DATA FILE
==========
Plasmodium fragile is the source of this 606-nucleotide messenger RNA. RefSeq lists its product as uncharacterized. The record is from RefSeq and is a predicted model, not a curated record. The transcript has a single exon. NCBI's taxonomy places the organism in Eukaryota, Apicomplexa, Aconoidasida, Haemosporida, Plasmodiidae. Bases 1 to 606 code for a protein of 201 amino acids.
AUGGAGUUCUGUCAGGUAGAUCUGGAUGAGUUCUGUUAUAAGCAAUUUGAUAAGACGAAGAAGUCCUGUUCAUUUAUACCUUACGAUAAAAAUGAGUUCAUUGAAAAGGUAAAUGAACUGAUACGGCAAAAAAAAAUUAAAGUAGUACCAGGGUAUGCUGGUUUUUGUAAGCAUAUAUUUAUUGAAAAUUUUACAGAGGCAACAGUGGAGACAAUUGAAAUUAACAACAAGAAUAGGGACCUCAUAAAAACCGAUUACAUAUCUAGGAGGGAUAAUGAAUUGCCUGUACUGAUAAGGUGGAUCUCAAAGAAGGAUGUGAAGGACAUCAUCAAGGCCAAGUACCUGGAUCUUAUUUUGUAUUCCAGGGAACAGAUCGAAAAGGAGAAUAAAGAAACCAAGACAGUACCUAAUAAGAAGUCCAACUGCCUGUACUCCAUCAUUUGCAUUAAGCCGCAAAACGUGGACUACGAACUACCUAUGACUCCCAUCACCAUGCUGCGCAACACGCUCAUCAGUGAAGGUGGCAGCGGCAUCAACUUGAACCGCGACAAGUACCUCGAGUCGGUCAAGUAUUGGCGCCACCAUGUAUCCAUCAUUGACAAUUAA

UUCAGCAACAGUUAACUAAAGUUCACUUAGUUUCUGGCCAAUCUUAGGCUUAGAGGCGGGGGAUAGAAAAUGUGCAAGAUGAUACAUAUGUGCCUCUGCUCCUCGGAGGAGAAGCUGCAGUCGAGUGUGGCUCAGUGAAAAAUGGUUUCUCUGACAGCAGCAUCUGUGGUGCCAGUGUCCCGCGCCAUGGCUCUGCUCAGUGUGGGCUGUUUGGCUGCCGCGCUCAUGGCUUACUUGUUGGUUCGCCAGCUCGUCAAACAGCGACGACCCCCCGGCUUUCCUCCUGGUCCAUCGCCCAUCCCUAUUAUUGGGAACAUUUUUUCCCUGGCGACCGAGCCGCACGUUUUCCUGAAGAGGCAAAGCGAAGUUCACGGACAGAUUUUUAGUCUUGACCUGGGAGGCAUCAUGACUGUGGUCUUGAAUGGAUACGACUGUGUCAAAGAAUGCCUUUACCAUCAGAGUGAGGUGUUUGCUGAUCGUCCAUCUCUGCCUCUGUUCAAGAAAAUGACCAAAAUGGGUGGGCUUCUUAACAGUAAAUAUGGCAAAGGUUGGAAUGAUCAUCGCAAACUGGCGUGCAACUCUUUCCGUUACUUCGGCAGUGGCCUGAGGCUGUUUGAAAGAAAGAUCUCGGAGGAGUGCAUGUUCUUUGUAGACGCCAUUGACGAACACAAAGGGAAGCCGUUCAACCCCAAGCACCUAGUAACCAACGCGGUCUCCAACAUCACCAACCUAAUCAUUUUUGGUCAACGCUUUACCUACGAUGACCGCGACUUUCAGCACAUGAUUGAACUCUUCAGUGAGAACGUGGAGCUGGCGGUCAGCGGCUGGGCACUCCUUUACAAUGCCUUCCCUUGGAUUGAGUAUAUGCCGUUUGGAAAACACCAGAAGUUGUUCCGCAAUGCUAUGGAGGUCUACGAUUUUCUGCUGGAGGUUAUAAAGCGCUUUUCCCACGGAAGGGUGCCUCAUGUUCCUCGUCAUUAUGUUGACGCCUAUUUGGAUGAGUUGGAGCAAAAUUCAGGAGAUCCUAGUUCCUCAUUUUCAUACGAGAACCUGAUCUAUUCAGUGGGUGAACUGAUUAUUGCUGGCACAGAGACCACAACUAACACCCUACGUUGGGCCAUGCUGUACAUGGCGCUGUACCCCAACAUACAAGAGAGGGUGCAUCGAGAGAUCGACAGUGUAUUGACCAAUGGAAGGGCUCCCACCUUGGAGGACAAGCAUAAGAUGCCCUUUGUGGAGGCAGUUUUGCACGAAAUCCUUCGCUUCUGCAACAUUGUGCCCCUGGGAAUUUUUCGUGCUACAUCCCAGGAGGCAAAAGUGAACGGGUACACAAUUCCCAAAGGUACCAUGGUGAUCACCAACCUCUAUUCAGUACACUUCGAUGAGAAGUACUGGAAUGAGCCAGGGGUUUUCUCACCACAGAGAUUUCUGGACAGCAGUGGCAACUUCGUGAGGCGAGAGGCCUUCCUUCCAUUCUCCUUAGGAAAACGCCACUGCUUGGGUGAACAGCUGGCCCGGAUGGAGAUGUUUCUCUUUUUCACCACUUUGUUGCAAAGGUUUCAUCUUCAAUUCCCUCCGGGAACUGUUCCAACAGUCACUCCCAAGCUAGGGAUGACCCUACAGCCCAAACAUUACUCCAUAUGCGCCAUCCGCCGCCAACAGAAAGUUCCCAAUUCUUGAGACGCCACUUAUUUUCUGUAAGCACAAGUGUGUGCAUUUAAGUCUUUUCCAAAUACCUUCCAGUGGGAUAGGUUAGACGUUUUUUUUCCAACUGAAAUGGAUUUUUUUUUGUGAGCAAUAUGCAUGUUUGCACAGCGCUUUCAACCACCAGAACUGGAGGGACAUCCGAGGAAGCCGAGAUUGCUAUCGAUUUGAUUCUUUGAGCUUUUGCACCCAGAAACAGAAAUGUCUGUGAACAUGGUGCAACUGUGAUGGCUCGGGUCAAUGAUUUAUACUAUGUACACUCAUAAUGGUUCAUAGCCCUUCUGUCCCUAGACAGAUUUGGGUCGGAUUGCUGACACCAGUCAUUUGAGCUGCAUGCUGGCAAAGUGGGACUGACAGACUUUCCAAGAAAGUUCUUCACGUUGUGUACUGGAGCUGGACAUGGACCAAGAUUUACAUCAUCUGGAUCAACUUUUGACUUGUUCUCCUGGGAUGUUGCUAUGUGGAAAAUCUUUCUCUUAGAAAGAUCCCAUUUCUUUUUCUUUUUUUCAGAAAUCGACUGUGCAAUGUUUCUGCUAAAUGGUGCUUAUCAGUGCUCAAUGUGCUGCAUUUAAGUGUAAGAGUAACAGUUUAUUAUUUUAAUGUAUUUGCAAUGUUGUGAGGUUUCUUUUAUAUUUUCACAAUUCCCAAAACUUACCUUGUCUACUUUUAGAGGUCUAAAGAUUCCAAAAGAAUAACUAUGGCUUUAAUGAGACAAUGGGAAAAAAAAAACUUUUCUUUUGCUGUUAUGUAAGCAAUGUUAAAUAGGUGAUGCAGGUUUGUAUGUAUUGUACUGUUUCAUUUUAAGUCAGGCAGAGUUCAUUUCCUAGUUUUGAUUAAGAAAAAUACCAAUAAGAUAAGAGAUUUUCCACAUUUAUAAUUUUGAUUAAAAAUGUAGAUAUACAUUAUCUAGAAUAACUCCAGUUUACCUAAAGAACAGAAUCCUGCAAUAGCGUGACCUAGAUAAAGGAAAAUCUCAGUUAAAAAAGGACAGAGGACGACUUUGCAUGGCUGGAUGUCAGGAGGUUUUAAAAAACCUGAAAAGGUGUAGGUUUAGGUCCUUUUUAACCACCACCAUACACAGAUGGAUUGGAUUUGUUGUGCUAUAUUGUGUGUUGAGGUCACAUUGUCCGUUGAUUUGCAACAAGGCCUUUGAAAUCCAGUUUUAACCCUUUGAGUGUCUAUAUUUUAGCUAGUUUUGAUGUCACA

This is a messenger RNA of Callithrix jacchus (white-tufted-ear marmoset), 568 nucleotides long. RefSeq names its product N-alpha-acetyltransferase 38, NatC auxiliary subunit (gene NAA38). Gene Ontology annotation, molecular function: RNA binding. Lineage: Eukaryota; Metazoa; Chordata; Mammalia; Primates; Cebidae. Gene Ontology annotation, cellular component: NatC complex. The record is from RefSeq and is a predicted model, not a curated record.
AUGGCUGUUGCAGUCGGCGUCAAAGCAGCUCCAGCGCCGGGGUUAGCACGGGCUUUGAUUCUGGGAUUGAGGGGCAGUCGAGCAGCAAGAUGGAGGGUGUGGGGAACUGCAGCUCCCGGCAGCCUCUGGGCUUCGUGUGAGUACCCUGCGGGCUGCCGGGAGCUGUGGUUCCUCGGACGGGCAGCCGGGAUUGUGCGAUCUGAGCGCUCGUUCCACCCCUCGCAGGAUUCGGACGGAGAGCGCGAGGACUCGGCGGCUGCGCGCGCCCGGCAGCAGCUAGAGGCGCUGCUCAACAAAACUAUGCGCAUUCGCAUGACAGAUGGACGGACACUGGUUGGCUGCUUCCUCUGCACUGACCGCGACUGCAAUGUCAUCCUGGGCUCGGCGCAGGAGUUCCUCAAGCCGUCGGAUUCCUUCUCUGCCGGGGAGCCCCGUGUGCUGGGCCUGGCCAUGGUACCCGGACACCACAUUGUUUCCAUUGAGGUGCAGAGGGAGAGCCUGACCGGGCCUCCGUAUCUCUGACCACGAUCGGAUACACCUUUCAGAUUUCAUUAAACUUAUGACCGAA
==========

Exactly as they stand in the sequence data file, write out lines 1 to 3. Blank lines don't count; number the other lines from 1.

Plasmodium fragile is the source of this 606-nucleotide messenger RNA. RefSeq lists its product as uncharacterized. The record is from RefSeq and is a predicted model, not a curated record. The transcript has a single exon. NCBI's taxonomy places the organism in Eukaryota, Apicomplexa, Aconoidasida, Haemosporida, Plasmodiidae. Bases 1 to 606 code for a protein of 201 amino acids.
AUGGAGUUCUGUCAGGUAGAUCUGGAUGAGUUCUGUUAUAAGCAAUUUGAUAAGACGAAGAAGUCCUGUUCAUUUAUACCUUACGAUAAAAAUGAGUUCAUUGAAAAGGUAAAUGAACUGAUACGGCAAAAAAAAAUUAAAGUAGUACCAGGGUAUGCUGGUUUUUGUAAGCAUAUAUUUAUUGAAAAUUUUACAGAGGCAACAGUGGAGACAAUUGAAAUUAACAACAAGAAUAGGGACCUCAUAAAAACCGAUUACAUAUCUAGGAGGGAUAAUGAAUUGCCUGUACUGAUAAGGUGGAUCUCAAAGAAGGAUGUGAAGGACAUCAUCAAGGCCAAGUACCUGGAUCUUAUUUUGUAUUCCAGGGAACAGAUCGAAAAGGAGAAUAAAGAAACCAAGACAGUACCUAAUAAGAAGUCCAACUGCCUGUACUCCAUCAUUUGCAUUAAGCCGCAAAACGUGGACUACGAACUACCUAUGACUCCCAUCACCAUGCUGCGCAACACGCUCAUCAGUGAAGGUGGCAGCGGCAUCAACUUGAACCGCGACAAGUACCUCGAGUCGGUCAAGUAUUGGCGCCACCAUGUAUCCAUCAUUGACAAUUAA

UUCAGCAACAGUUAACUAAAGUUCACUUAGUUUCUGGCCAAUCUUAGGCUUAGAGGCGGGGGAUAGAAAAUGUGCAAGAUGAUACAUAUGUGCCUCUGCUCCUCGGAGGAGAAGCUGCAGUCGAGUGUGGCUCAGUGAAAAAUGGUUUCUCUGACAGCAGCAUCUGUGGUGCCAGUGUCCCGCGCCAUGGCUCUGCUCAGUGUGGGCUGUUUGGCUGCCGCGCUCAUGGCUUACUUGUUGGUUCGCCAGCUCGUCAAACAGCGACGACCCCCCGGCUUUCCUCCUGGUCCAUCGCCCAUCCCUAUUAUUGGGAACAUUUUUUCCCUGGCGACCGAGCCGCACGUUUUCCUGAAGAGGCAAAGCGAAGUUCACGGACAGAUUUUUAGUCUUGACCUGGGAGGCAUCAUGACUGUGGUCUUGAAUGGAUACGACUGUGUCAAAGAAUGCCUUUACCAUCAGAGUGAGGUGUUUGCUGAUCGUCCAUCUCUGCCUCUGUUCAAGAAAAUGACCAAAAUGGGUGGGCUUCUUAACAGUAAAUAUGGCAAAGGUUGGAAUGAUCAUCGCAAACUGGCGUGCAACUCUUUCCGUUACUUCGGCAGUGGCCUGAGGCUGUUUGAAAGAAAGAUCUCGGAGGAGUGCAUGUUCUUUGUAGACGCCAUUGACGAACACAAAGGGAAGCCGUUCAACCCCAAGCACCUAGUAACCAACGCGGUCUCCAACAUCACCAACCUAAUCAUUUUUGGUCAACGCUUUACCUACGAUGACCGCGACUUUCAGCACAUGAUUGAACUCUUCAGUGAGAACGUGGAGCUGGCGGUCAGCGGCUGGGCACUCCUUUACAAUGCCUUCCCUUGGAUUGAGUAUAUGCCGUUUGGAAAACACCAGAAGUUGUUCCGCAAUGCUAUGGAGGUCUACGAUUUUCUGCUGGAGGUUAUAAAGCGCUUUUCCCACGGAAGGGUGCCUCAUGUUCCUCGUCAUUAUGUUGACGCCUAUUUGGAUGAGUUGGAGCAAAAUUCAGGAGAUCCUAGUUCCUCAUUUUCAUACGAGAACCUGAUCUAUUCAGUGGGUGAACUGAUUAUUGCUGGCACAGAGACCACAACUAACACCCUACGUUGGGCCAUGCUGUACAUGGCGCUGUACCCCAACAUACAAGAGAGGGUGCAUCGAGAGAUCGACAGUGUAUUGACCAAUGGAAGGGCUCCCACCUUGGAGGACAAGCAUAAGAUGCCCUUUGUGGAGGCAGUUUUGCACGAAAUCCUUCGCUUCUGCAACAUUGUGCCCCUGGGAAUUUUUCGUGCUACAUCCCAGGAGGCAAAAGUGAACGGGUACACAAUUCCCAAAGGUACCAUGGUGAUCACCAACCUCUAUUCAGUACACUUCGAUGAGAAGUACUGGAAUGAGCCAGGGGUUUUCUCACCACAGAGAUUUCUGGACAGCAGUGGCAACUUCGUGAGGCGAGAGGCCUUCCUUCCAUUCUCCUUAGGAAAACGCCACUGCUUGGGUGAACAGCUGGCCCGGAUGGAGAUGUUUCUCUUUUUCACCACUUUGUUGCAAAGGUUUCAUCUUCAAUUCCCUCCGGGAACUGUUCCAACAGUCACUCCCAAGCUAGGGAUGACCCUACAGCCCAAACAUUACUCCAUAUGCGCCAUCCGCCGCCAACAGAAAGUUCCCAAUUCUUGAGACGCCACUUAUUUUCUGUAAGCACAAGUGUGUGCAUUUAAGUCUUUUCCAAAUACCUUCCAGUGGGAUAGGUUAGACGUUUUUUUUCCAACUGAAAUGGAUUUUUUUUUGUGAGCAAUAUGCAUGUUUGCACAGCGCUUUCAACCACCAGAACUGGAGGGACAUCCGAGGAAGCCGAGAUUGCUAUCGAUUUGAUUCUUUGAGCUUUUGCACCCAGAAACAGAAAUGUCUGUGAACAUGGUGCAACUGUGAUGGCUCGGGUCAAUGAUUUAUACUAUGUACACUCAUAAUGGUUCAUAGCCCUUCUGUCCCUAGACAGAUUUGGGUCGGAUUGCUGACACCAGUCAUUUGAGCUGCAUGCUGGCAAAGUGGGACUGACAGACUUUCCAAGAAAGUUCUUCACGUUGUGUACUGGAGCUGGACAUGGACCAAGAUUUACAUCAUCUGGAUCAACUUUUGACUUGUUCUCCUGGGAUGUUGCUAUGUGGAAAAUCUUUCUCUUAGAAAGAUCCCAUUUCUUUUUCUUUUUUUCAGAAAUCGACUGUGCAAUGUUUCUGCUAAAUGGUGCUUAUCAGUGCUCAAUGUGCUGCAUUUAAGUGUAAGAGUAACAGUUUAUUAUUUUAAUGUAUUUGCAAUGUUGUGAGGUUUCUUUUAUAUUUUCACAAUUCCCAAAACUUACCUUGUCUACUUUUAGAGGUCUAAAGAUUCCAAAAGAAUAACUAUGGCUUUAAUGAGACAAUGGGAAAAAAAAAACUUUUCUUUUGCUGUUAUGUAAGCAAUGUUAAAUAGGUGAUGCAGGUUUGUAUGUAUUGUACUGUUUCAUUUUAAGUCAGGCAGAGUUCAUUUCCUAGUUUUGAUUAAGAAAAAUACCAAUAAGAUAAGAGAUUUUCCACAUUUAUAAUUUUGAUUAAAAAUGUAGAUAUACAUUAUCUAGAAUAACUCCAGUUUACCUAAAGAACAGAAUCCUGCAAUAGCGUGACCUAGAUAAAGGAAAAUCUCAGUUAAAAAAGGACAGAGGACGACUUUGCAUGGCUGGAUGUCAGGAGGUUUUAAAAAACCUGAAAAGGUGUAGGUUUAGGUCCUUUUUAACCACCACCAUACACAGAUGGAUUGGAUUUGUUGUGCUAUAUUGUGUGUUGAGGUCACAUUGUCCGUUGAUUUGCAACAAGGCCUUUGAAAUCCAGUUUUAACCCUUUGAGUGUCUAUAUUUUAGCUAGUUUUGAUGUCACA